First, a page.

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Book Review: The Artist of Disappearance by Anita Desai

 The Artist of Disappearance by Anita Desai

Anita Desai’s fans, who had been waiting for another masterpiece have had a reason to rejoice, for the author returned with the ‘The Artist of Disappearance’, seven years after her last work, The Zig Zag Way (2004).

Desai, in her The Artist of Disappearance weaves three yarns ; one, The Museum of Final Journeys; two, Translator Translated; and three; The Artist Disappearance. The reader is left to mull over art, memory; the contrast between the obscure and the palpable with the three perfectly carved novellas. The critics have often described the stories like the three symphonic movements.

The backdrop of the stories is found to be the intense and the vitalizing cosmos of Indian civilization and culture dominated by tradition and capitalism.

The first third of the book ‘The Museum of Final Journeys’, finds a dull and spiritless civil servant who happens to stumble upon a blanked out museum in a rural village in India. A beautifully weaved narrative, makes for a perfectly gripping story. Soon, however, the gear shifts to ‘Translator Translated’ where a meek and lonely college lecturer discovers a great Oriya writer and secures a publishing deal to translate her novel.

Amidst all the joy, she finds herself blurring the line between translator and writer. The final story ‘The Artist of Disappearance’ shifts in focus, where we find a trio of filmmakers discovering a latent garden in the mountains. In one of her interviews, Desai, when asked about Ravi (the character in the final story in the collection), explained that, “he’s never really entered the adult world, and he retains the child’s point of view”.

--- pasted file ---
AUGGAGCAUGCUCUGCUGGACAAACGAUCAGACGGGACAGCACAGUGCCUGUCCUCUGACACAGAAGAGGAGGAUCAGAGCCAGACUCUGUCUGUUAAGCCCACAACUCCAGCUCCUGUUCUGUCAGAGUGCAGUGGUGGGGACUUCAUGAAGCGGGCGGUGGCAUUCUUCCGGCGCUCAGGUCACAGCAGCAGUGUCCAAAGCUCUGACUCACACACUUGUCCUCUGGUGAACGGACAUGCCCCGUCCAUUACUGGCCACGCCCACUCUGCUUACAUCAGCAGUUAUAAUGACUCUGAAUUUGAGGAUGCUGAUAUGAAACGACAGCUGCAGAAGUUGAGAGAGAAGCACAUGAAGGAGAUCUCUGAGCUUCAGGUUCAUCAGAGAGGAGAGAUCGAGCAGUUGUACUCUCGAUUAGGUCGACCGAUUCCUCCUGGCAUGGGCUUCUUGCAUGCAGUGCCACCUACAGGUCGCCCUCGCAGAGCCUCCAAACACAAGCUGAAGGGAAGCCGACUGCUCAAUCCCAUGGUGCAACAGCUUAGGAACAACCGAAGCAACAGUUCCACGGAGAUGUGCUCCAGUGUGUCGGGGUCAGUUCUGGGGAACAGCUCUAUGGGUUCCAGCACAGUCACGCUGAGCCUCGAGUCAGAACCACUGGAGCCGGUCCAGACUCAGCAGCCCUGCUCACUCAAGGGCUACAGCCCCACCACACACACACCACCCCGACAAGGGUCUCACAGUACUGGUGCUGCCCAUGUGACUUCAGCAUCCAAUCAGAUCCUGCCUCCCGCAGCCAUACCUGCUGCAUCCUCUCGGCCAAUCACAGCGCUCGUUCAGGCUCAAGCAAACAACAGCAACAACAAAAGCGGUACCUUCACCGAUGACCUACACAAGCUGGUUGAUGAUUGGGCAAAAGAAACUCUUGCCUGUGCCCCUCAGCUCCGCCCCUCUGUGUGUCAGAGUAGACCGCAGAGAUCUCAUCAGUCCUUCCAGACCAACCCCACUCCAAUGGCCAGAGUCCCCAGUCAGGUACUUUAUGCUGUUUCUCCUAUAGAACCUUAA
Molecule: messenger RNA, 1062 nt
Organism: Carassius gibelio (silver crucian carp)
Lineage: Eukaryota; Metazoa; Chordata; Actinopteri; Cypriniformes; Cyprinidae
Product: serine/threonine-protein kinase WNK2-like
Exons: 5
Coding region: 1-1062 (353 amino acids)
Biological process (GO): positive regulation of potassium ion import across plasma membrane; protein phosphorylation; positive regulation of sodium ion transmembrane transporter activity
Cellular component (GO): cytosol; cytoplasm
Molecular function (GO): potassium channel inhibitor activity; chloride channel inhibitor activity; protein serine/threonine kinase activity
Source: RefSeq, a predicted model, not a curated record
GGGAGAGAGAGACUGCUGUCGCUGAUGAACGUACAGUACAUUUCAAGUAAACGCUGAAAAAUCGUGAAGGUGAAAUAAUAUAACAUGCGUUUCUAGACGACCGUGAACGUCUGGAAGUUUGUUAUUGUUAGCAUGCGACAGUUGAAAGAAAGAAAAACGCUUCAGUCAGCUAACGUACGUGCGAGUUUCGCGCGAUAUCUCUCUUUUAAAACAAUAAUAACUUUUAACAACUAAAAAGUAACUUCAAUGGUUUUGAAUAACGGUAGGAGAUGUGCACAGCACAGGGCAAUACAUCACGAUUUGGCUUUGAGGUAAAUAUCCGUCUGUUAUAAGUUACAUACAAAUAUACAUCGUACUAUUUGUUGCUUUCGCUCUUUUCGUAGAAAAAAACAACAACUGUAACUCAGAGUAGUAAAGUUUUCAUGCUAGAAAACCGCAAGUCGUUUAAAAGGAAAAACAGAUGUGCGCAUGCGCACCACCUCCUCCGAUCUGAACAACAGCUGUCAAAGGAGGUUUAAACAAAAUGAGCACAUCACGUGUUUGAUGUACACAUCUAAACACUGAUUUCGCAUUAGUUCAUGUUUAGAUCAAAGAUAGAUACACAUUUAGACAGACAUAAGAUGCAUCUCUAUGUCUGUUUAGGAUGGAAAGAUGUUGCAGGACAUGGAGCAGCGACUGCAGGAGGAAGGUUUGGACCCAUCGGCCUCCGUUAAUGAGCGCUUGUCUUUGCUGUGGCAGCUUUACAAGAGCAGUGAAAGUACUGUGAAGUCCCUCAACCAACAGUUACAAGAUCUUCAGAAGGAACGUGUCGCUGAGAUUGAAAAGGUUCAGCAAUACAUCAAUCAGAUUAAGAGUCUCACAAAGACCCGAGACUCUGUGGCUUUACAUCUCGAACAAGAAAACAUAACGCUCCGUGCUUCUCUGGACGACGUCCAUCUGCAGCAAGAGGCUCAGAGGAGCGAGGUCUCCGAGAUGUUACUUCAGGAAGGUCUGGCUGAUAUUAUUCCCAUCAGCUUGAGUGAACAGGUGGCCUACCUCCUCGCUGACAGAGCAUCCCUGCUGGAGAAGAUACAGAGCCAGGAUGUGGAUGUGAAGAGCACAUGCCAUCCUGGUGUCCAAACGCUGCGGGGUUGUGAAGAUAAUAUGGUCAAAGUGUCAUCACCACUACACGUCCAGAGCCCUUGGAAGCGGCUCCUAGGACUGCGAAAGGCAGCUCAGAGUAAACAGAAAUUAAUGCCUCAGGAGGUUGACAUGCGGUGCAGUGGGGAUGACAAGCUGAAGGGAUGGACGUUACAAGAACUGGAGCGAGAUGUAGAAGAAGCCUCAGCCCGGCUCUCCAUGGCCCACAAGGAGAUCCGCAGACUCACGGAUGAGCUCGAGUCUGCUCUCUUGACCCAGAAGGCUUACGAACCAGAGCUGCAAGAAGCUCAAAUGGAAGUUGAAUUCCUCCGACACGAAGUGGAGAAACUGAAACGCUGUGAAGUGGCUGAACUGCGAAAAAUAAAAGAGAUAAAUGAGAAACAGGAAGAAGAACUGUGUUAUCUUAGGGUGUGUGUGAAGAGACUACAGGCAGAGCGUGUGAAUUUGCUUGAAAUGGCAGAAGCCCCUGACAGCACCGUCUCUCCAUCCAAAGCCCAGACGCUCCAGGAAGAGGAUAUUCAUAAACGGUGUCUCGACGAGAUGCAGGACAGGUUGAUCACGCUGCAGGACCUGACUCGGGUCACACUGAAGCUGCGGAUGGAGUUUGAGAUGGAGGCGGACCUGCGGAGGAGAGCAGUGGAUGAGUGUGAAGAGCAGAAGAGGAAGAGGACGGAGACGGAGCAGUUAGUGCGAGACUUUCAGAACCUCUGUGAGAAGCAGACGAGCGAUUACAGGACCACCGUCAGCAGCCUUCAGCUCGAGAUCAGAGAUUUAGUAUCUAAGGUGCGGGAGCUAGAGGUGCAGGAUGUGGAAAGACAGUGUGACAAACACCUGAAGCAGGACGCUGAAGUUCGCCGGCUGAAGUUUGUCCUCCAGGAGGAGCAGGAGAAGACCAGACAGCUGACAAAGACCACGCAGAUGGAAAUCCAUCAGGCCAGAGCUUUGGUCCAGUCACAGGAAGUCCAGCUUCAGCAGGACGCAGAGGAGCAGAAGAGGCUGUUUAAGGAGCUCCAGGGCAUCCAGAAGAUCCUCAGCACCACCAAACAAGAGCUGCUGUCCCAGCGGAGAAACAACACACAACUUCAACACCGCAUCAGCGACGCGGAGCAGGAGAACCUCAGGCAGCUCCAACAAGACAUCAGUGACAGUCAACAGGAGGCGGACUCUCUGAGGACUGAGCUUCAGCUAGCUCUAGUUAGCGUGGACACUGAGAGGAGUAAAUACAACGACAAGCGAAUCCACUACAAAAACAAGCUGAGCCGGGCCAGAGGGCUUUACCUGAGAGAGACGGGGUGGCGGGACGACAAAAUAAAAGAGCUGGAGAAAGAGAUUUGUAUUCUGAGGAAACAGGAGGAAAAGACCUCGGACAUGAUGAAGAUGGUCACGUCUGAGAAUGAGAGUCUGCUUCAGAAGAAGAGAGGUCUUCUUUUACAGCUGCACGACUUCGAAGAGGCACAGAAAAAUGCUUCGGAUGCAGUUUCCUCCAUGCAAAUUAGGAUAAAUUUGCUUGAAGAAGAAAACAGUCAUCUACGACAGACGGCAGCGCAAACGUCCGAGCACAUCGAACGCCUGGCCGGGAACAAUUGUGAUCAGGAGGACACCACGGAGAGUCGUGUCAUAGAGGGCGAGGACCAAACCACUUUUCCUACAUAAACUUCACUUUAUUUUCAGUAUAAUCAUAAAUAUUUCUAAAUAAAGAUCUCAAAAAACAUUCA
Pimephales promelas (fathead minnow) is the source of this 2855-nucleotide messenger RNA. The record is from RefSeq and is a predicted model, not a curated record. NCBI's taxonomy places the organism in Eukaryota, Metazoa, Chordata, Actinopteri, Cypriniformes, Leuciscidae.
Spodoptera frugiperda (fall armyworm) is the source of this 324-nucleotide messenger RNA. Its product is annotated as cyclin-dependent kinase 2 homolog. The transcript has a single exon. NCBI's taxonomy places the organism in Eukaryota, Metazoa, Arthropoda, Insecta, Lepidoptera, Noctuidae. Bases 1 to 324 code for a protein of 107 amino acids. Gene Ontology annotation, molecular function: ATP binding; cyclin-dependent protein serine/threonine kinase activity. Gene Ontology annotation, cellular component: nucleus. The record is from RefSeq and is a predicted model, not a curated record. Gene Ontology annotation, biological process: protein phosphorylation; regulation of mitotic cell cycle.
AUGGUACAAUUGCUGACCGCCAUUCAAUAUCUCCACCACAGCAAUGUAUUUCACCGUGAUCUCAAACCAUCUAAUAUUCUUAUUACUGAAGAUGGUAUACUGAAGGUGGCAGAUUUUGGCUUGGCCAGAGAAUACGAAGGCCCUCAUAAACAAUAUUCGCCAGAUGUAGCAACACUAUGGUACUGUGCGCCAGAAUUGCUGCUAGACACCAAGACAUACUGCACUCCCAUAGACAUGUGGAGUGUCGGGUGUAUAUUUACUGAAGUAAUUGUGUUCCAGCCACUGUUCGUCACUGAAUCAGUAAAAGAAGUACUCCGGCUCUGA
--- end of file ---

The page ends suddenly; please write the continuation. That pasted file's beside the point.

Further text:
Needless to say, with the fluidity of language and melancholy vibe, Anita Desai, a writer from the eastern sub continent is adored by the critics and the populace alike.

One word that can be used to describe this work of contemporary Indian fiction – “Sublime”!

About the Author:

Anita Desai is one of India’s foremost writers. She has written sixteen works of fiction, including Clear Light of Day (1980), In Custody (1984), and Fasting, Feasting (1999), all shortlisted for the Booker Prize. A fellow of the Royal Society of Literature in London, the American Academy of Arts and Letters in New York, Girton college and Clare Hall and the University of Cambridge, and most recently Sahitya Akademi in India, Anita Desai has also been a Professor of Writing at MIT and has frequently been honoured with awards among them the Alberto Moravia Prize for Literature and the Padma Shri.

Genre: Fiction

Publisher: Random House India

Last modified on Monday, 04 February 2013 03:55

Charvi Arora is studying English literature at the University of Delhi for her love of it and is a freelance writer. Taking chances with randomness, she is a girl to birth, a woman to death, a soul to divine and a mademoiselle to re-live!

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